Lonz Winery   Save
Ohio Guide Photographs
Description: Facing the south shore, on Middle Bass Island, is the Lonz Winery. The winery was originally founded as the Golden Eagle in 1884 by George Wehrle, who carved a 14 foot deep wine cellar into the limestone. Due to a series of misfortunes and the onset of Prohibition, the winery was forced to close. In 1934, following the repeal of Prohibition, George Lonz designed the castle-like structure that was built above the original cellars. In 1941, the entire wooden structure of the winery was destroyed by fire, but rebuilt adding a copper dome which housed a telescope. The castle like structure is of brick and stone, with turrets and battlements measuring100 feet by 150 feet. The 2-story structure is a mason’s caprice; often a course of stone is broken by an inset or two or three of brick; a straight arch may be succeeded by one with a stringbone effect; and a brick inset is likely to have bricks laid flat, on edge and sideways. Inside the wine cellar are a number of chambers lined with vats holding from 1,500 to 2,000 gallons each. About 50,000 gallons of wine were made here annually (during the 1930s). The dry wines were Delaware, Riesling, Catawba and Claret; the sweet wines Port, Sherry, Tokay, Haut Sauterne and Muscatel; the sparkling wines, Burgundy and Champagne. The Silenium was the name given to the clubroom of the winery. The room, 40 feet square, was paneled in dark oak and had a flagstone floor, with heavy oak beams overhead. The chandeliers were made from the hoops of old wine casks. Sunlight filtered into the room through four windows whose designs show Bacchus and Pan capering among bacchantes and dryads. The bar was lighted through small panes of stained glass, and around the room were solid trestle tables of oak and smaller octagonal tables, with benches and chairs to match. The cellars were added to the National Register of Historic Places in 1986. In July 2000, a terrace collapsed into the cellars, killing one and injuring many. Later that year, the land became property of the State of Ohio, with the intention of the site becoming a state park in order to preserve a piece of Ohio history on this beautiful island. View on Ohio Memory.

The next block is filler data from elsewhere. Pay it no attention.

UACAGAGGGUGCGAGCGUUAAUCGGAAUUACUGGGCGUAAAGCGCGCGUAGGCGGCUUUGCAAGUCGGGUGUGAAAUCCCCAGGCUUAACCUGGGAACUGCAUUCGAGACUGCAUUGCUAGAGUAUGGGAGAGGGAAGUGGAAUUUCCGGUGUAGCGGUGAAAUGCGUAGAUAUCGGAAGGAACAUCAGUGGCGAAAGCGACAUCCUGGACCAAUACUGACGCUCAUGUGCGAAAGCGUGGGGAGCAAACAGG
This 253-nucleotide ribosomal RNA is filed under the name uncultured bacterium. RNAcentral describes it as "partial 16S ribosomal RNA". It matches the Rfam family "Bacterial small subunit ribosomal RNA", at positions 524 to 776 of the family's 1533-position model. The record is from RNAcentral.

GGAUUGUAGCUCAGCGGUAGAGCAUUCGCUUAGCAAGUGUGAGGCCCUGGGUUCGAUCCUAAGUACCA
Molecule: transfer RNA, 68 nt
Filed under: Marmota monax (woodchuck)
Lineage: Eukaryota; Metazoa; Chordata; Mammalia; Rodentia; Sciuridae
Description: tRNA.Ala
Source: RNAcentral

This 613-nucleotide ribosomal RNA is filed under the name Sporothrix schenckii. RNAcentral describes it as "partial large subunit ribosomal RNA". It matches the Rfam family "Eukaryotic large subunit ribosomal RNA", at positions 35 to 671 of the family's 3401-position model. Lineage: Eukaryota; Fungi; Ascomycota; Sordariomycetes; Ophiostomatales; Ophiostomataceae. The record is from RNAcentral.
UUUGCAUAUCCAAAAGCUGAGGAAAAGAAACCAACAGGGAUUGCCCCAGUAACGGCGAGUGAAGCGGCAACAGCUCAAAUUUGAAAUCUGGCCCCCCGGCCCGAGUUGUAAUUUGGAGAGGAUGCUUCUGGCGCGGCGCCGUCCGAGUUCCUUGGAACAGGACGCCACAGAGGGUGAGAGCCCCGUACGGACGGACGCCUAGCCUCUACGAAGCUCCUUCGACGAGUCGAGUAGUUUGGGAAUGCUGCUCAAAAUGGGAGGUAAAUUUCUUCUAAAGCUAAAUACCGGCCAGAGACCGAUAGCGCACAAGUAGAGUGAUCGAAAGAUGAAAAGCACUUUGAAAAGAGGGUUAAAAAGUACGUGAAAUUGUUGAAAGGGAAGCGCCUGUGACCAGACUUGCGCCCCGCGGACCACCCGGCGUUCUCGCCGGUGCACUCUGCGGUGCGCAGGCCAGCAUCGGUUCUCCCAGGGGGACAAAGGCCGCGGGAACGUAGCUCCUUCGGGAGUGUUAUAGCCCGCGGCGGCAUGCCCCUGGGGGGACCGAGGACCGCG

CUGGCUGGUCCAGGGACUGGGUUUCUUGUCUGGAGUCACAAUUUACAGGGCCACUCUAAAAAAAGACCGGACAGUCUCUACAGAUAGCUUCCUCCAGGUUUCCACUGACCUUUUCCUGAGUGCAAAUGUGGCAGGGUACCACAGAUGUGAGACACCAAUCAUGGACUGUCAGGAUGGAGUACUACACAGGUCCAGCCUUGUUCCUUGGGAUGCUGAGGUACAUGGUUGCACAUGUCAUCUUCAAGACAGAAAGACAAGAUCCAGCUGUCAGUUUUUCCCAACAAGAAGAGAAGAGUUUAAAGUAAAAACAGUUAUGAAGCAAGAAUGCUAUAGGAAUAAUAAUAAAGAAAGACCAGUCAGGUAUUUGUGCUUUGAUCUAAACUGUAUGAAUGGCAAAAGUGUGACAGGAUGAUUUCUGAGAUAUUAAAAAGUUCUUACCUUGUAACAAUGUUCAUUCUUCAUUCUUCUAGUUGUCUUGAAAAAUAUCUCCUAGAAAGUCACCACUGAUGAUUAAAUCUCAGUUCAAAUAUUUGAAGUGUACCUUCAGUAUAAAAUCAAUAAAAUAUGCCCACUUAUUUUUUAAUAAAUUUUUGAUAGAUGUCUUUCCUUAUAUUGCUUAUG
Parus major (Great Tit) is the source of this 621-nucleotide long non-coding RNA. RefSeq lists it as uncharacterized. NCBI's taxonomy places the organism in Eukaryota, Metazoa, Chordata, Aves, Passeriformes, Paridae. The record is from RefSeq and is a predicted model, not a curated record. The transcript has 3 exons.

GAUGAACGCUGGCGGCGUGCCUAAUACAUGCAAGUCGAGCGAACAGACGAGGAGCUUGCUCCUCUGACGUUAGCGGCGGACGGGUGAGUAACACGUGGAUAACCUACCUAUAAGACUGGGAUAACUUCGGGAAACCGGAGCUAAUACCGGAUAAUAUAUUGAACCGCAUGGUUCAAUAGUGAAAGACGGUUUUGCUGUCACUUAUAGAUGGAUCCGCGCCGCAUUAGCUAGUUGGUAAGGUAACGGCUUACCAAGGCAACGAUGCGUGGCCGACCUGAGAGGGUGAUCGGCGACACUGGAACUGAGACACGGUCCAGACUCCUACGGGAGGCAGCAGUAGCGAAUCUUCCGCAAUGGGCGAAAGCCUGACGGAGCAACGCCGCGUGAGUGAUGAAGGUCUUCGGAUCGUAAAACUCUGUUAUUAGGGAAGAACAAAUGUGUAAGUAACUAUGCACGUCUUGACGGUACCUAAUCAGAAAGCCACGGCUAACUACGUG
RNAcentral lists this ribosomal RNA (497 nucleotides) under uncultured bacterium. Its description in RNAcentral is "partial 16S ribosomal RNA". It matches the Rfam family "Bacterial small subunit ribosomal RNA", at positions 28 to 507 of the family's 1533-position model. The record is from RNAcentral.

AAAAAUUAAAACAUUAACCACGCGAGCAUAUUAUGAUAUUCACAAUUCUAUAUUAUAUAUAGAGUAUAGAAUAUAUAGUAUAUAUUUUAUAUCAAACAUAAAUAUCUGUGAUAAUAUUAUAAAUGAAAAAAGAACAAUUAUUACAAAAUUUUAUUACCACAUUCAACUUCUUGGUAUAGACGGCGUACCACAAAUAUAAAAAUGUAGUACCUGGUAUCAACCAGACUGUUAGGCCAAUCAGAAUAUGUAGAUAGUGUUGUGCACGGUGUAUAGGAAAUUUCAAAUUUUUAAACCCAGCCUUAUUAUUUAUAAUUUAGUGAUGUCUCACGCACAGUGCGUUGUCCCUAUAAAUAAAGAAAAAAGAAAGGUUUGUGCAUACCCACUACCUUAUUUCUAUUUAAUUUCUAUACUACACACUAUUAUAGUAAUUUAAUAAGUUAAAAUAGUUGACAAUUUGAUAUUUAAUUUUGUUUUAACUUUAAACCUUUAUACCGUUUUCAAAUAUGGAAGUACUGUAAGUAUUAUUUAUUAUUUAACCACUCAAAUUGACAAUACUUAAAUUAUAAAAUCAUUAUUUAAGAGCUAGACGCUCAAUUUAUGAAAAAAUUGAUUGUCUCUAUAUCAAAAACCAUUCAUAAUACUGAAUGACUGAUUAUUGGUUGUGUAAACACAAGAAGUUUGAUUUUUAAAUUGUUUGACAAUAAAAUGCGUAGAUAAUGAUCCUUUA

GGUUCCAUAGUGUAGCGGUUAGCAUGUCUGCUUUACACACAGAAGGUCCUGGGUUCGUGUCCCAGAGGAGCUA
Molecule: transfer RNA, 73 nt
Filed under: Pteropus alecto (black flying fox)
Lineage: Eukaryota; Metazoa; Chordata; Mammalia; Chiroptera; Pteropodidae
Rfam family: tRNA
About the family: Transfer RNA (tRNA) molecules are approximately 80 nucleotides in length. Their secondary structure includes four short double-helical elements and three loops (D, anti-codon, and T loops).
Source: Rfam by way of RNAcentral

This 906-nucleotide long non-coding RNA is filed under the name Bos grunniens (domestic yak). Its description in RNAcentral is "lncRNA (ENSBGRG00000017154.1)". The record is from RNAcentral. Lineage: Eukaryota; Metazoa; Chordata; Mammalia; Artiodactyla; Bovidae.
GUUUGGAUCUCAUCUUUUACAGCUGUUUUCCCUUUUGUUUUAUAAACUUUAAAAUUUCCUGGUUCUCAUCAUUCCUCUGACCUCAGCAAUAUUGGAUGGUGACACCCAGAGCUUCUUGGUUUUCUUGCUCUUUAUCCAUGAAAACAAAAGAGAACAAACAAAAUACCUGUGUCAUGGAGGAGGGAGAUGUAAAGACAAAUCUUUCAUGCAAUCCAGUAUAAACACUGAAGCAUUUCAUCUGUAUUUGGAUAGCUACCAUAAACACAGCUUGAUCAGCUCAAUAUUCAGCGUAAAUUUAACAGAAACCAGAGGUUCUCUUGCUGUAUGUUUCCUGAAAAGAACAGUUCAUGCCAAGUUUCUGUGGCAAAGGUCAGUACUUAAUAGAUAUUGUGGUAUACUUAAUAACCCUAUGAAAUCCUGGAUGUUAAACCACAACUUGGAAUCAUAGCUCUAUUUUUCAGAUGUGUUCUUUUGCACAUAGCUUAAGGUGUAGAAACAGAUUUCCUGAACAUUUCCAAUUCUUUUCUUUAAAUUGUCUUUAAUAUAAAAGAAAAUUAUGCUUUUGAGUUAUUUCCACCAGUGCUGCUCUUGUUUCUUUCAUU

Image ID: SA1039AV_B08F09_008_1
Subjects: Wine and wine making--Ohio; Lonz Winery
Places: Put-in-Bay Township (Ohio); Ottawa County (Ohio)